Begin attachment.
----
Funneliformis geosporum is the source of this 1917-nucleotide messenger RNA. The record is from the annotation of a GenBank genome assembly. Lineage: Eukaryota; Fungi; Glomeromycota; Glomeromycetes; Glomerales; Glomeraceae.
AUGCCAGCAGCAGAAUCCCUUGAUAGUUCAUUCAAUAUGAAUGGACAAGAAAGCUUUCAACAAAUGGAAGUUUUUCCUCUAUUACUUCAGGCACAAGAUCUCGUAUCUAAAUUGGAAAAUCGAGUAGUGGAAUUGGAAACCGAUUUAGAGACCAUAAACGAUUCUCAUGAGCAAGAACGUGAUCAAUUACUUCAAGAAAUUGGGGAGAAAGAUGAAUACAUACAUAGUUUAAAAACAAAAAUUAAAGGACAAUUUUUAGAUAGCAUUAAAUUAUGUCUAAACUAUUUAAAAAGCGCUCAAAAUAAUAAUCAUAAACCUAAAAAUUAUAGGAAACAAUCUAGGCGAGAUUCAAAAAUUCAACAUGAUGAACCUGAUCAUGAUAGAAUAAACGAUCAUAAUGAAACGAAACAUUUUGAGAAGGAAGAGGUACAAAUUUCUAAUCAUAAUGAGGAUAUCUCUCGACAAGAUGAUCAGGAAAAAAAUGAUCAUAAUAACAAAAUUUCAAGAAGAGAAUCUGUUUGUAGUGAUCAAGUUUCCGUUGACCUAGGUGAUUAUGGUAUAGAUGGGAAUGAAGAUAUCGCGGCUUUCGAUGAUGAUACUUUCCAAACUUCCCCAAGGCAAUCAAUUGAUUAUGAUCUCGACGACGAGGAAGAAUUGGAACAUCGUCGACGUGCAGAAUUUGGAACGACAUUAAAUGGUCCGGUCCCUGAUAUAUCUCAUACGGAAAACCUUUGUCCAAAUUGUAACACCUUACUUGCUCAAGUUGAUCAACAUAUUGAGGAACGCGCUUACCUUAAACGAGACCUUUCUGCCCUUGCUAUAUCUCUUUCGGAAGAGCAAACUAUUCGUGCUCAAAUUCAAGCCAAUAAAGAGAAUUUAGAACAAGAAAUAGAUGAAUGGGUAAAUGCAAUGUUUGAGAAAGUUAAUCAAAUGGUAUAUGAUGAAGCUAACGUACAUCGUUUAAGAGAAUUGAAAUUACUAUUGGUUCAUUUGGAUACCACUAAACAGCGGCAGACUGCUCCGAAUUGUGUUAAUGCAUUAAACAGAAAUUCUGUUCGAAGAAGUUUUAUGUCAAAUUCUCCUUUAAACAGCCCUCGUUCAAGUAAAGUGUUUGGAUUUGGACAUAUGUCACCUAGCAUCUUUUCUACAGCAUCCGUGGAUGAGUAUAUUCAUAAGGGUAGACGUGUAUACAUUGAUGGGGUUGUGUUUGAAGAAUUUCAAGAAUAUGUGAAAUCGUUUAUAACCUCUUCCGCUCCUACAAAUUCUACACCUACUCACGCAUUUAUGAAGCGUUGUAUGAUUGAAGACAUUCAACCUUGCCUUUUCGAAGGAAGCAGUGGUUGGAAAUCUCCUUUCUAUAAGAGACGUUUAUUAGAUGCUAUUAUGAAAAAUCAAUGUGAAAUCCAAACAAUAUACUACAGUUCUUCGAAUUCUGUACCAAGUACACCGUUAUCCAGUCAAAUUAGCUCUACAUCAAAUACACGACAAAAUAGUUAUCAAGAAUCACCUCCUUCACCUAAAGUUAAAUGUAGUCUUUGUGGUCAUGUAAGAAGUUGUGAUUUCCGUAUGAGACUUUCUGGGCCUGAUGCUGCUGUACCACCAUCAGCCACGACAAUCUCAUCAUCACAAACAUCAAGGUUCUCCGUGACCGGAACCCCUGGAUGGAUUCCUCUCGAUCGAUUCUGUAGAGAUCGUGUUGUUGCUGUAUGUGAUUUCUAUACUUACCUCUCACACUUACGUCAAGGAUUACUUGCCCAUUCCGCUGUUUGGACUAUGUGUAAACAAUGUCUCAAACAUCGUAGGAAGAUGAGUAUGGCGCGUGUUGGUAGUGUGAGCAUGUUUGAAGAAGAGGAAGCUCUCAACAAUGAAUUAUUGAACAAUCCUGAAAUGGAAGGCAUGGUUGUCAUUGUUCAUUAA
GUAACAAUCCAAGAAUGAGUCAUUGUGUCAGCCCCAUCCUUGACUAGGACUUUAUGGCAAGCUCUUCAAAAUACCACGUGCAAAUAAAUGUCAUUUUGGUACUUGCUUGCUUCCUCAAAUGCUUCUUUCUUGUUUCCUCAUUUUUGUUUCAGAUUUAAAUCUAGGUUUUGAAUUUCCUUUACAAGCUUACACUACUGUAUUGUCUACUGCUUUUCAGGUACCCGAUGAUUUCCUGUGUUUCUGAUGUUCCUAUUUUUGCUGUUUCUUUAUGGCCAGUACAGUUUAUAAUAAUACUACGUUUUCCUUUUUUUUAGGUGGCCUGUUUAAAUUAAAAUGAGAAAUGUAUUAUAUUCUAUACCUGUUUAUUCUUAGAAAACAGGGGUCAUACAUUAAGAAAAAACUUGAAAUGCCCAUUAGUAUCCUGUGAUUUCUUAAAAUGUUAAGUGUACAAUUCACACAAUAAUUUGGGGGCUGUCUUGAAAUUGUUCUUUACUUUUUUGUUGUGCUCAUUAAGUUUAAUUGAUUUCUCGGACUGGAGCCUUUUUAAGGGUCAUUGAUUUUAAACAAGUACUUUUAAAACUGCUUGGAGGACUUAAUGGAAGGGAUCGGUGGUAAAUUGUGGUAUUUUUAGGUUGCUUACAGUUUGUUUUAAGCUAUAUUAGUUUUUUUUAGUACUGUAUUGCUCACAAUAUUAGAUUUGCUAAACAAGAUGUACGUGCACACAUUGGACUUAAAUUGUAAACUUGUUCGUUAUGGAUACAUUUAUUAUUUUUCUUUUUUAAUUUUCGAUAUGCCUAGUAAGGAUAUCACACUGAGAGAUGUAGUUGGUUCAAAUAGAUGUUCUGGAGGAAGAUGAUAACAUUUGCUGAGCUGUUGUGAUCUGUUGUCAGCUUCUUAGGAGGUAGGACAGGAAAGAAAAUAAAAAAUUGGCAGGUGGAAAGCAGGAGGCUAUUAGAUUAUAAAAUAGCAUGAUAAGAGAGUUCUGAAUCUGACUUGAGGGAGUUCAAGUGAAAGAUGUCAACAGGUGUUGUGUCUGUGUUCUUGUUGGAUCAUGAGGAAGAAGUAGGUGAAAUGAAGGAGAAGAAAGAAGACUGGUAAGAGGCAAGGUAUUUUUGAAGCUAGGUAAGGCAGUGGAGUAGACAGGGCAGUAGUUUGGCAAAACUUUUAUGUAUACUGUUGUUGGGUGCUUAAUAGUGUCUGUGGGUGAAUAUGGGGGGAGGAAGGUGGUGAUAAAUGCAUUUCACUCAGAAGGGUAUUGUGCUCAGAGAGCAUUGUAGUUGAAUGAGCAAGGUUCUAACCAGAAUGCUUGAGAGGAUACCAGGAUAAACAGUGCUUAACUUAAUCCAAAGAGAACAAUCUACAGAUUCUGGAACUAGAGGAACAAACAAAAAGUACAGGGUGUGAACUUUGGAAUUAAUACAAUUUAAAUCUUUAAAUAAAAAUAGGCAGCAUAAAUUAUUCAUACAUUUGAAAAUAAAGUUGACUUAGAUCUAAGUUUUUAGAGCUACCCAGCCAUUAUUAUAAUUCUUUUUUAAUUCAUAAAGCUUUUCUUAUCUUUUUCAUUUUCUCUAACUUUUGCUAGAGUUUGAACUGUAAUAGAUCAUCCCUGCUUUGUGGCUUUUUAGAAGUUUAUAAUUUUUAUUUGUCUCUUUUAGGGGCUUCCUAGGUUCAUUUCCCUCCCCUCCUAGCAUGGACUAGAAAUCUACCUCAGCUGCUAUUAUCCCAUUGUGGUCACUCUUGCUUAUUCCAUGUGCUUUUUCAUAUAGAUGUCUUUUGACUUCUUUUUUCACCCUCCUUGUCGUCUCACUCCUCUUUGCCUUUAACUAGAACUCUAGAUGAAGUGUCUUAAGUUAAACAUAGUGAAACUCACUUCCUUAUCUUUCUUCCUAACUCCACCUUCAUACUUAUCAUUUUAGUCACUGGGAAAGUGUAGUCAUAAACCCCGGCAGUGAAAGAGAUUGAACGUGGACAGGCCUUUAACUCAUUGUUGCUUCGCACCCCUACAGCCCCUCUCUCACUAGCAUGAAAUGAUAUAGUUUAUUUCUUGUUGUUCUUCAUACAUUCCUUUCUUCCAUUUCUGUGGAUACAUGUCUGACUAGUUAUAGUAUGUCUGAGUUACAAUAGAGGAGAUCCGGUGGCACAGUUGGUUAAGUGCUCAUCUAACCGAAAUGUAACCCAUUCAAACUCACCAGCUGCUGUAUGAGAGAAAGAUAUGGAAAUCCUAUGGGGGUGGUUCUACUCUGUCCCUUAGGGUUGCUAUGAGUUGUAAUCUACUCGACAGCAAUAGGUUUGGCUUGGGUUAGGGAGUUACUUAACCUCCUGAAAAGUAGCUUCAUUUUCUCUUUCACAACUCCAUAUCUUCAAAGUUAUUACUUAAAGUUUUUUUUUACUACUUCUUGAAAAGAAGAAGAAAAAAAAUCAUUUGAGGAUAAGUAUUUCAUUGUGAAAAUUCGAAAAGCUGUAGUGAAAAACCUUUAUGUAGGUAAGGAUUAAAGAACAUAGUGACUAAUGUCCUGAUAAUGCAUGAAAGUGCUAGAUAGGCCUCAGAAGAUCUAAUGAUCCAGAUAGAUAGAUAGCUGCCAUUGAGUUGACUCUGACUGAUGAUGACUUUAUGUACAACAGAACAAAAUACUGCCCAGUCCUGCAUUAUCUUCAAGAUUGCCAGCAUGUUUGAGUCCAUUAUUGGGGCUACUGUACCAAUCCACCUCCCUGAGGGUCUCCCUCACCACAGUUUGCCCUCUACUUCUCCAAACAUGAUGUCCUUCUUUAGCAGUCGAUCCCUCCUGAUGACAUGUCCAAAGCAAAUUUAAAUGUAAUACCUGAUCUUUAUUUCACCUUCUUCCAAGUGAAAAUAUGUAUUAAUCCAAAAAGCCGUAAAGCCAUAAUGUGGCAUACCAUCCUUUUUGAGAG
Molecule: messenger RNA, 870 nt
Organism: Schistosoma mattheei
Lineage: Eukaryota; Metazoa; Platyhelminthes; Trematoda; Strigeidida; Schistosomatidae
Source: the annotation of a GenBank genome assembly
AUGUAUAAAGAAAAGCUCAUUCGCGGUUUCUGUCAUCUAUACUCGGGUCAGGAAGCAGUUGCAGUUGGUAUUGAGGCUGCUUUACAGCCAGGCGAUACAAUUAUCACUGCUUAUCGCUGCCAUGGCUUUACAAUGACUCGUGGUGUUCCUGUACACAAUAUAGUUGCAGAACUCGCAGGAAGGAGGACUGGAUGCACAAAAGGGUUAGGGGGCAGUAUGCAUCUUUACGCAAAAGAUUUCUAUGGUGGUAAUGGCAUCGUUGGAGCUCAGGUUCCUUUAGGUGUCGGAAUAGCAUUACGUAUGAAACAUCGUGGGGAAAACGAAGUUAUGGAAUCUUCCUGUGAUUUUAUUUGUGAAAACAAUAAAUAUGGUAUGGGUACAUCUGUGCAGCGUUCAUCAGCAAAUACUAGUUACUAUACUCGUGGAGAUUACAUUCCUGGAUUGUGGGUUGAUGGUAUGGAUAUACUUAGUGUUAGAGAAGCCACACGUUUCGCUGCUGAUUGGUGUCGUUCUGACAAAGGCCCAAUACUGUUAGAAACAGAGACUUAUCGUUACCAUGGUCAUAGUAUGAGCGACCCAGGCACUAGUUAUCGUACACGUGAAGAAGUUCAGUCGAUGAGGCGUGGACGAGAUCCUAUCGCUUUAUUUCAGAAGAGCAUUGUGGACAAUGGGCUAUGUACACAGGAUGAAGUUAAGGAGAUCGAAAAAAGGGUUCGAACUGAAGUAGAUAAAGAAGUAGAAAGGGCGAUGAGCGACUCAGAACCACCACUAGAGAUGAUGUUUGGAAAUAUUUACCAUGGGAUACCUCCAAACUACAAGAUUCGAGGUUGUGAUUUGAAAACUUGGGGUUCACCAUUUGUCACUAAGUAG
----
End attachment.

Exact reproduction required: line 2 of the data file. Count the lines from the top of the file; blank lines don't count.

AUGCCAGCAGCAGAAUCCCUUGAUAGUUCAUUCAAUAUGAAUGGACAAGAAAGCUUUCAACAAAUGGAAGUUUUUCCUCUAUUACUUCAGGCACAAGAUCUCGUAUCUAAAUUGGAAAAUCGAGUAGUGGAAUUGGAAACCGAUUUAGAGACCAUAAACGAUUCUCAUGAGCAAGAACGUGAUCAAUUACUUCAAGAAAUUGGGGAGAAAGAUGAAUACAUACAUAGUUUAAAAACAAAAAUUAAAGGACAAUUUUUAGAUAGCAUUAAAUUAUGUCUAAACUAUUUAAAAAGCGCUCAAAAUAAUAAUCAUAAACCUAAAAAUUAUAGGAAACAAUCUAGGCGAGAUUCAAAAAUUCAACAUGAUGAACCUGAUCAUGAUAGAAUAAACGAUCAUAAUGAAACGAAACAUUUUGAGAAGGAAGAGGUACAAAUUUCUAAUCAUAAUGAGGAUAUCUCUCGACAAGAUGAUCAGGAAAAAAAUGAUCAUAAUAACAAAAUUUCAAGAAGAGAAUCUGUUUGUAGUGAUCAAGUUUCCGUUGACCUAGGUGAUUAUGGUAUAGAUGGGAAUGAAGAUAUCGCGGCUUUCGAUGAUGAUACUUUCCAAACUUCCCCAAGGCAAUCAAUUGAUUAUGAUCUCGACGACGAGGAAGAAUUGGAACAUCGUCGACGUGCAGAAUUUGGAACGACAUUAAAUGGUCCGGUCCCUGAUAUAUCUCAUACGGAAAACCUUUGUCCAAAUUGUAACACCUUACUUGCUCAAGUUGAUCAACAUAUUGAGGAACGCGCUUACCUUAAACGAGACCUUUCUGCCCUUGCUAUAUCUCUUUCGGAAGAGCAAACUAUUCGUGCUCAAAUUCAAGCCAAUAAAGAGAAUUUAGAACAAGAAAUAGAUGAAUGGGUAAAUGCAAUGUUUGAGAAAGUUAAUCAAAUGGUAUAUGAUGAAGCUAACGUACAUCGUUUAAGAGAAUUGAAAUUACUAUUGGUUCAUUUGGAUACCACUAAACAGCGGCAGACUGCUCCGAAUUGUGUUAAUGCAUUAAACAGAAAUUCUGUUCGAAGAAGUUUUAUGUCAAAUUCUCCUUUAAACAGCCCUCGUUCAAGUAAAGUGUUUGGAUUUGGACAUAUGUCACCUAGCAUCUUUUCUACAGCAUCCGUGGAUGAGUAUAUUCAUAAGGGUAGACGUGUAUACAUUGAUGGGGUUGUGUUUGAAGAAUUUCAAGAAUAUGUGAAAUCGUUUAUAACCUCUUCCGCUCCUACAAAUUCUACACCUACUCACGCAUUUAUGAAGCGUUGUAUGAUUGAAGACAUUCAACCUUGCCUUUUCGAAGGAAGCAGUGGUUGGAAAUCUCCUUUCUAUAAGAGACGUUUAUUAGAUGCUAUUAUGAAAAAUCAAUGUGAAAUCCAAACAAUAUACUACAGUUCUUCGAAUUCUGUACCAAGUACACCGUUAUCCAGUCAAAUUAGCUCUACAUCAAAUACACGACAAAAUAGUUAUCAAGAAUCACCUCCUUCACCUAAAGUUAAAUGUAGUCUUUGUGGUCAUGUAAGAAGUUGUGAUUUCCGUAUGAGACUUUCUGGGCCUGAUGCUGCUGUACCACCAUCAGCCACGACAAUCUCAUCAUCACAAACAUCAAGGUUCUCCGUGACCGGAACCCCUGGAUGGAUUCCUCUCGAUCGAUUCUGUAGAGAUCGUGUUGUUGCUGUAUGUGAUUUCUAUACUUACCUCUCACACUUACGUCAAGGAUUACUUGCCCAUUCCGCUGUUUGGACUAUGUGUAAACAAUGUCUCAAACAUCGUAGGAAGAUGAGUAUGGCGCGUGUUGGUAGUGUGAGCAUGUUUGAAGAAGAGGAAGCUCUCAACAAUGAAUUAUUGAACAAUCCUGAAAUGGAAGGCAUGGUUGUCAUUGUUCAUUAA